After discussing this with my manager, I was approved to take down the address of the hospice, with the stipulation that Mr. Sticker could no longer request my assistance on company time for reasons of conflict of interest. Instead of calling every week, Mr. Sticker took to writing me a letter a week from that point forward.

Mrs. Sticker eventually passed away and Mr. Sticker followed five months later. I received his final letter three days after his death, where he commented, ‘At the lowest point in my life, I never expected to be so uplifted by a young woman on the other side of the continent that I never officially met.’”

Why does this happen?

I love these stories, but I’m guessing they make some folks a wee bit uncomfortable. Regardless of your feelings, I have a theory about why this happens and it requires a glimpse into the past.

When I was growing up we had a mechanic named Albert. He was our “car guy.” We liked him, trusted him, knew his family, and saw him around town on occasion. He didn’t just work on our cars, he took care of them. When an issue came up that he couldn’t handle, he’d refer us to his “upholstery guy” or his “paint guy.” There was great comfort in having a person to take care of these needs for us.

As business is increasingly done online and more and more customer service work is either automated or moved into the contact center, you’d think we no longer have need for a “person”—save for a few key people like our mechanic. That assumption, however, denies our fundamental human need for connection and community. You see, our “person” is as much about being a human face to a brand and building a trusting relationship as it is about providing the actual service.

You just never know when a customer is going to come along who happens to be in real need of a “person” in their life. Work in customer service long enough and you’ll most certainly encounter your fair share—and just maybe things will click and you’ll be able to uniquely empathize with their particular situation.

It can still be awkward when that unexpected Facebook friend request comes through. Here are some practical tips to deal with a customer who wants to take your relationship to the next level:

  1. Remember that it’s normal. In a profession where you deal with people all day and actually help them solve problems, a deeper connection is often a side effect. Don’t be surprised when customers want to show gratitude or become BFFs.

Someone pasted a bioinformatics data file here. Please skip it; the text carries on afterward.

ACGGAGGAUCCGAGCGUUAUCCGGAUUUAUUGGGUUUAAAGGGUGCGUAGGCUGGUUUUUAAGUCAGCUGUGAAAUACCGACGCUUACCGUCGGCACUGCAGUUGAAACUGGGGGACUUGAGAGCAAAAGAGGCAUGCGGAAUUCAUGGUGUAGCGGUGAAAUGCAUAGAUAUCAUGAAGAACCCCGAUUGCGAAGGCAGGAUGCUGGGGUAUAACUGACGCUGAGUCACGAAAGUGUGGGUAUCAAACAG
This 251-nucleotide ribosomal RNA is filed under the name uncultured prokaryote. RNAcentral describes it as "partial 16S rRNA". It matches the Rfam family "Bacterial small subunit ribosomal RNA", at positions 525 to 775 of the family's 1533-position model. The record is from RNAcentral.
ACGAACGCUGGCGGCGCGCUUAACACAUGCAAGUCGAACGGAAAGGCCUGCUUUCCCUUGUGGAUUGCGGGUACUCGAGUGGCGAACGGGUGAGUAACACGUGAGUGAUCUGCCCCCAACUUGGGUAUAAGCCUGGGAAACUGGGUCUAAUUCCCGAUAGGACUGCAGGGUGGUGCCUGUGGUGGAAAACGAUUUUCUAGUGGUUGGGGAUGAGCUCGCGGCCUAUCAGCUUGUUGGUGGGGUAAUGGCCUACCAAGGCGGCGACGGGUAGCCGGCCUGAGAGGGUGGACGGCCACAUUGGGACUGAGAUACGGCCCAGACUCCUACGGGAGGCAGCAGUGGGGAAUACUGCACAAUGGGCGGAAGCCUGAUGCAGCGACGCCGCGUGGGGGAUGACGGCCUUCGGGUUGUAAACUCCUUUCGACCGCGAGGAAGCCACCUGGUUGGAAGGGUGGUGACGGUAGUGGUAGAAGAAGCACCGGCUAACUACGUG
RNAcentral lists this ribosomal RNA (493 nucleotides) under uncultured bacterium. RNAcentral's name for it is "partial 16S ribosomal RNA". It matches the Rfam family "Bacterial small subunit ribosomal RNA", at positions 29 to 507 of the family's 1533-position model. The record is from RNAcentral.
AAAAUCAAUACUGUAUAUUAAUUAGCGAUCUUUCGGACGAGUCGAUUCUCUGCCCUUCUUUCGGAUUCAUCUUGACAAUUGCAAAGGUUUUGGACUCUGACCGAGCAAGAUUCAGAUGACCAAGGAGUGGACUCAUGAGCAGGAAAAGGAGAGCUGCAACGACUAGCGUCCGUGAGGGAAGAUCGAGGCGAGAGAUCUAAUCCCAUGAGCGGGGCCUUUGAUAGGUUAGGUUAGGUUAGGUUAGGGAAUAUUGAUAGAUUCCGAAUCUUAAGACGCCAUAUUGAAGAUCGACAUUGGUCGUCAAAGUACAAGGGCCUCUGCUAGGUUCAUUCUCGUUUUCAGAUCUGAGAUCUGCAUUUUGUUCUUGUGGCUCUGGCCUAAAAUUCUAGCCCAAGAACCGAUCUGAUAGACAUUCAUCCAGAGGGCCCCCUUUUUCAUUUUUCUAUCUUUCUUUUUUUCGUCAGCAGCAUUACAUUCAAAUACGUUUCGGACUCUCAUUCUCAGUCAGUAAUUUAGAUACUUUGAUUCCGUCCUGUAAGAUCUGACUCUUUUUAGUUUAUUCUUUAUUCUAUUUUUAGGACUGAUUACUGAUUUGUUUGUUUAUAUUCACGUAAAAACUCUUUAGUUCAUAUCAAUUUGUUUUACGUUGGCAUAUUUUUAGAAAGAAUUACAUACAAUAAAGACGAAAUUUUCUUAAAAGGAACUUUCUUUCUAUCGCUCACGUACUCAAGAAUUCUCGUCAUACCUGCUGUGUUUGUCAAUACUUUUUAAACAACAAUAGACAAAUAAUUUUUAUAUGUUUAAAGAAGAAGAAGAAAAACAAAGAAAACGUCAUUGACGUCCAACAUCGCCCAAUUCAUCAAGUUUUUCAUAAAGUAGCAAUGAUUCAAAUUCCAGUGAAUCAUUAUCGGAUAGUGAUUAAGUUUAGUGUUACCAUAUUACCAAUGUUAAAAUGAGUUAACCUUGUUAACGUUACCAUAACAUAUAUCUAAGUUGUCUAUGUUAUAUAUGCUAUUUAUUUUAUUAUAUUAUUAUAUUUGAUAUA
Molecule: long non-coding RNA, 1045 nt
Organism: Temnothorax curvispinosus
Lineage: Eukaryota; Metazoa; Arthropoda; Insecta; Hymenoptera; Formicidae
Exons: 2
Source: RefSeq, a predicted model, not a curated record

2. Be careful. You were born with certain instincts for a reason—and while I don’t suspect any of these folks I’ve mentioned of being creepers, those people absolutely exist. Get a second opinion from a manager and if you have any seed of doubt whatsoever, decline and keep it professional.

  3. Balance it with company goals. Like any friendship, it’s important to have clear boundaries between work and personal—you know—so you can get work done. If a customer continues to call but doesn’t need help with anything in particular, it’s probably best to curtail that conversation.

  4. Consider a more professional connection. Rather than jumping straight to Facebook, slow things down and connect professionally on LinkedIn. This still gives you plenty of ability to connect with a customer without letting them into your personal life.

So what happened with Frank? I actually accepted his friend request. He wished me all the best when I switched jobs a while back, and other than a handful of likes and comments here and there, he’s like most of my Facebook friends—in my network but not necessarily BFFs.

Jeremy Watkin made the move from Southern California to Eugene, Oregon in 2015 to join FCR, a provider of outsourcing services, as their Head of Quality. He sort of defaulted into a customer service role nearly 17 years ago and has chronicled much of his journey toward finding real meaning in serving others without totally losing it on his blog: Customer Service Life. Jeremy loves his wife and three boys and routinely enjoys getting lost somewhere in the trees in his new home state. Follow him on Twitter: @jtwatkin.

Original illustration by Violeta Noy.